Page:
Avid user of AC6 and have used Atollic in the past. The cost of Atollic had always been salt in an open wound, so this news is welcomed. Getting a good quality tool like this in the hands of ST developers will go a very long way to expanding the brand and consumption of ST products. I just hope they focus on the monetization of their hardware and don't try to make a quick buck with software.
I would imagine the tool teams overhead will now be buried in everyone's part costs. Expect the headcount at Atollic to be trimmed to reflect the focus of a single customer.
I've been using Atollic for the past year and been paying for it for 5 months now. I think it was a fantastic IDE. Sure you can set up Eclipse yourself and use GDB and other tools around it. But the Atollic TrueStudio just has everything under one roof. The free version is already pretty good. The premium is worth the price.
I like the trueStudio too, looks pretty good and many advanced functions. I hope ST will get this ball running in the future.
I started off with Atollic as well and I still like it. The only reason why I changed to Eclipse + GnuARM + GDB is because it supported PrettyPrinting for C++, I could do FreeRTOS debugging without paying for TrueStudio Pro and I could update the toolchain freely.
So if ST now adds Pretty Printing, TrueStudio would be the perfect package.
Hmmm, just looked at the latest release, V9.0, (Welcome to the TrueSTUDIO Family | Atollic ) and the website says:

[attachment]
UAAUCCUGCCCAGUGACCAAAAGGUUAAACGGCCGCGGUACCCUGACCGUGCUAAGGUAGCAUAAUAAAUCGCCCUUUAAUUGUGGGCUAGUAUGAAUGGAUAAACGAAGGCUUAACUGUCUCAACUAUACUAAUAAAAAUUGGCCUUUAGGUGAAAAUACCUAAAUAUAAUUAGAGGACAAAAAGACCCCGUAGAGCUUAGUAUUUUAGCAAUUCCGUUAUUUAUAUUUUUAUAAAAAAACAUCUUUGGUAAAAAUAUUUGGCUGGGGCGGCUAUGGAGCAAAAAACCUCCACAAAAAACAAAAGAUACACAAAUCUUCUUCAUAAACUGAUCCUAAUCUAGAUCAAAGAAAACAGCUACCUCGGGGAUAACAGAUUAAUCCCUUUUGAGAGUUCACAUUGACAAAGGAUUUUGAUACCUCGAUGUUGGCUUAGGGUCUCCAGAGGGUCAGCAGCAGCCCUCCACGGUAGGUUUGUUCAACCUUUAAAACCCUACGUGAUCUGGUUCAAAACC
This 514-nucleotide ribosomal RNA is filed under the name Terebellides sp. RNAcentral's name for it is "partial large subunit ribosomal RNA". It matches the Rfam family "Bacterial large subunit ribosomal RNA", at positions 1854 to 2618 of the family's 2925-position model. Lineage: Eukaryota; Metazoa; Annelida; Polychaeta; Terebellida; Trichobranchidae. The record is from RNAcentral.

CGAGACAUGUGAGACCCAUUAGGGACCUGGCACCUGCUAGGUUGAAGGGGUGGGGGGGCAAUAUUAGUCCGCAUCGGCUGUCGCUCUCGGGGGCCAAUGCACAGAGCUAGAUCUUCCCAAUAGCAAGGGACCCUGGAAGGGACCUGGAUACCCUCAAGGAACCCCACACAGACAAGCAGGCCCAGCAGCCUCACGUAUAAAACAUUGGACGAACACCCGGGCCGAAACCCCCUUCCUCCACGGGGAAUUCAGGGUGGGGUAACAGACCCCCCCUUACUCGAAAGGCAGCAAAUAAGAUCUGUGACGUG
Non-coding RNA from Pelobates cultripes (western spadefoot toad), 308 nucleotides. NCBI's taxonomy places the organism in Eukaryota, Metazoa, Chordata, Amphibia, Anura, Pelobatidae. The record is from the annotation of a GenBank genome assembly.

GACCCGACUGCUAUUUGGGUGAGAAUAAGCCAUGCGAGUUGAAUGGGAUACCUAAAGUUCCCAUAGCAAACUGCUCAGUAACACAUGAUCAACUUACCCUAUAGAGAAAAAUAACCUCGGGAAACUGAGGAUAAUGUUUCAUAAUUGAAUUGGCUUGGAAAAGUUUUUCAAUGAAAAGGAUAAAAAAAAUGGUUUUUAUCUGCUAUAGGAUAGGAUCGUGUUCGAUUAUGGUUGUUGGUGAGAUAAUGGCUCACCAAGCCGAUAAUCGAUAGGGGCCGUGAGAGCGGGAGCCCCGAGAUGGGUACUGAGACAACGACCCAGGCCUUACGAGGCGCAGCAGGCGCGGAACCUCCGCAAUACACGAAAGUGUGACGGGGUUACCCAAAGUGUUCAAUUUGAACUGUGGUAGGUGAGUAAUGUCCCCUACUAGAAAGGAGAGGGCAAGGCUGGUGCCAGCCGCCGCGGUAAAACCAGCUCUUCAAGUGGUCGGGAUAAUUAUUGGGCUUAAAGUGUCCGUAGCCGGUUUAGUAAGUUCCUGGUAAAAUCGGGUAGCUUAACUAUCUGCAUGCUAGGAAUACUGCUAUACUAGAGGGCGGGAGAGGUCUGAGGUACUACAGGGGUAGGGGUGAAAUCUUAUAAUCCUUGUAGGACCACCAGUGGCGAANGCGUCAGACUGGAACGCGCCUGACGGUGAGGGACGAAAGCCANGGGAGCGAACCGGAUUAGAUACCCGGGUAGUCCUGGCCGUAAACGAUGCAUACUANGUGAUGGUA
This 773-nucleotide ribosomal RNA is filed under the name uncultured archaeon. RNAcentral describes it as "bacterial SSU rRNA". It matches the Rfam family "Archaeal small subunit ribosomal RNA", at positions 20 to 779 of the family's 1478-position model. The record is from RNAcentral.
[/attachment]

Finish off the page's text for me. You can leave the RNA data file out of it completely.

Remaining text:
Atollic TrueSTUDIO is the ideal tool environment for prototyping, proof-of-concept, and new hardware evaluation. It is also widely used by students and hobbyists.
Having dealt with "business speak" for decades, the phrase "It is ..." means it is not what it does not explicitly say.
So it is not the tool for robust, optimized code, ready for commercial applications.
Anyway, waiting for the next release that...
will include Pro features at no charge.
As robust and optimized as gcc can (and LL driver). And debugging works... but where ST-Link fails, it should allow J-Link - I read some topics that it can't, don't know the actual situation...
Anyway, much better than SW4STM32 IDE...
Such deductions from marketing speak (a.k.a "politics speak" a.k.a. "diplomatic speak") had been failry accurate for me the last times ..
I guess that's true, gave SW4STM32 one try more than a year ago, and quickly deinstalled it.
However, I never get use to the dumb default settings of Eclipse (and TrueStudio).
I hate editors that believe they know better what I want to do.
Every action in a variable/register view window spawns a useless console message "Read 4 bytes @ address 0xxxxxxxxx (Data = 0xxxxxxxxx)".
And if closed, it reopens a spam console.